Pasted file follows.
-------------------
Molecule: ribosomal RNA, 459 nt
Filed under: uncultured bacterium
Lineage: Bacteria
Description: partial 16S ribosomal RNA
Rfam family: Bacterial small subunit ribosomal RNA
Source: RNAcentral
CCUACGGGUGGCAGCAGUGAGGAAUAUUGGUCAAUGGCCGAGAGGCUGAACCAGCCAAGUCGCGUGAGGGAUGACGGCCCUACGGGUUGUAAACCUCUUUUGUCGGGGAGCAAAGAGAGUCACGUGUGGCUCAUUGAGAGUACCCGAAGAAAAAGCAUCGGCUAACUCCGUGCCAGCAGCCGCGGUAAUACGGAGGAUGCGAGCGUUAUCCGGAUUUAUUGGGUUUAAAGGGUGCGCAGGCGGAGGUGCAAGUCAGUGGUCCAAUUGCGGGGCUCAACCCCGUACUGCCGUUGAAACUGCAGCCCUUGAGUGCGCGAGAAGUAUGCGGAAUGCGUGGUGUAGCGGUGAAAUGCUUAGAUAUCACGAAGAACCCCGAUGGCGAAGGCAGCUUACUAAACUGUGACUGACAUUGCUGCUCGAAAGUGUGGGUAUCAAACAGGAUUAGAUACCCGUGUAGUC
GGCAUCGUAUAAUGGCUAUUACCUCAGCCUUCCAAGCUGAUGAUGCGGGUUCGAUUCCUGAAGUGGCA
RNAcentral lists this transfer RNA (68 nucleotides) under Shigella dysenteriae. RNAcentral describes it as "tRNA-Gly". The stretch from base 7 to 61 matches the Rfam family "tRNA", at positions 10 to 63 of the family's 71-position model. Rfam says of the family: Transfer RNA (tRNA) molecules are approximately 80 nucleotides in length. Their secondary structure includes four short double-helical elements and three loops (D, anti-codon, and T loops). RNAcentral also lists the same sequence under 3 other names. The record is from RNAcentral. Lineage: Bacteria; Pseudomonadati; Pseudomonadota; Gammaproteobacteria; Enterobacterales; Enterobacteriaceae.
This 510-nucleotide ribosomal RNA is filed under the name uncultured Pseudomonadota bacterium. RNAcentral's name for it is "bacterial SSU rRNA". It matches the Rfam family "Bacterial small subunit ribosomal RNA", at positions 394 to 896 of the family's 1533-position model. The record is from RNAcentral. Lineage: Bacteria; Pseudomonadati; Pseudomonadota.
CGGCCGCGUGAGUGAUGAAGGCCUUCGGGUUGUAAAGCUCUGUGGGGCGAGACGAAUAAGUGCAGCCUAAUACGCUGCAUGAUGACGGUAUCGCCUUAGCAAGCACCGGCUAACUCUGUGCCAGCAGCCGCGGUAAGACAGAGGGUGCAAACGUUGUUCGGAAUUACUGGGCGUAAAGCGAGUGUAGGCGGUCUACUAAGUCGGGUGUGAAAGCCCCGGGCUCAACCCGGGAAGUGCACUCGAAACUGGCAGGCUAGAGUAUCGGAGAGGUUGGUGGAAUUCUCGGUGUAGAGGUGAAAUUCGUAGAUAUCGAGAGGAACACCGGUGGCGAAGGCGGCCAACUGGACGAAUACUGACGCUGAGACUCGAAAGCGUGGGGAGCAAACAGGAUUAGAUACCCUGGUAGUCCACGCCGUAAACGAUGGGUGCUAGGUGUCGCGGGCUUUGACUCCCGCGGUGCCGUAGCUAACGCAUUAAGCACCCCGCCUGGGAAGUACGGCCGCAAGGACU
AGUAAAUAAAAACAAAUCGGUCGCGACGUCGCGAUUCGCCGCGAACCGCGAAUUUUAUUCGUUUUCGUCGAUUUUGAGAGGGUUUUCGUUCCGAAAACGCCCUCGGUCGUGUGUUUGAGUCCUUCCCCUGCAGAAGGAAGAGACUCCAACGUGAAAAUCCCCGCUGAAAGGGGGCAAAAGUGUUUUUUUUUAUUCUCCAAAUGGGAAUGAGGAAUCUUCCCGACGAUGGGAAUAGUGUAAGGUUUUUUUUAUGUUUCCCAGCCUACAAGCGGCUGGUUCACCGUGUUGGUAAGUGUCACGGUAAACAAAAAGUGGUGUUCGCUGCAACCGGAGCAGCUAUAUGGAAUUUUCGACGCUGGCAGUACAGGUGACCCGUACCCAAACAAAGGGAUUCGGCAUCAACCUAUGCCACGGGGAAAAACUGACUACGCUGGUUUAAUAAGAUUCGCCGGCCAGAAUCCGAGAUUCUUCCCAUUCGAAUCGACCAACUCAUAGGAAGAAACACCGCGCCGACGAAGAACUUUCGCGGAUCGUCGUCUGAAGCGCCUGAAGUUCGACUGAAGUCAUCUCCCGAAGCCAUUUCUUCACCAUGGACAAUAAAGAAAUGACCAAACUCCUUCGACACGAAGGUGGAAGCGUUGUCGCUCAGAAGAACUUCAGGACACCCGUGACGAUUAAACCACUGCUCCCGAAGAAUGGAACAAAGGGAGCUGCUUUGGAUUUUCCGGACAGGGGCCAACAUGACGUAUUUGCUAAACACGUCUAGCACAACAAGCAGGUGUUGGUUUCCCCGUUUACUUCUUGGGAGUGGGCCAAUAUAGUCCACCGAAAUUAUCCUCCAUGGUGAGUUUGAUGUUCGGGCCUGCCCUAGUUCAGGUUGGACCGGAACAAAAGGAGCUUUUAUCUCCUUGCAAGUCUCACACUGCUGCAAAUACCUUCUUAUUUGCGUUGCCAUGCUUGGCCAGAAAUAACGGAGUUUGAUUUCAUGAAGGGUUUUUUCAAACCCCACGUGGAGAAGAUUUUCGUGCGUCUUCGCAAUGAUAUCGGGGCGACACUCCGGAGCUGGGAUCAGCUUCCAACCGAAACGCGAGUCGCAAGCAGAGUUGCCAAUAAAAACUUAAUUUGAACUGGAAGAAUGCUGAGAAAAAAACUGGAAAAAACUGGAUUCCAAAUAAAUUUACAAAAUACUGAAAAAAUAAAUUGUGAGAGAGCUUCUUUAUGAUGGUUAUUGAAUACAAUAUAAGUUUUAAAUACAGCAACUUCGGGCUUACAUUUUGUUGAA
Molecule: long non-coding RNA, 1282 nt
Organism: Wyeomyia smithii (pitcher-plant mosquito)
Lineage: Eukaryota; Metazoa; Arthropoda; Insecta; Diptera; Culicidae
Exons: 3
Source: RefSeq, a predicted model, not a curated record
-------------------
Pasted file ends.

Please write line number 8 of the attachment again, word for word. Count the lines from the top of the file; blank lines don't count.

GGCAUCGUAUAAUGGCUAUUACCUCAGCCUUCCAAGCUGAUGAUGCGGGUUCGAUUCCUGAAGUGGCA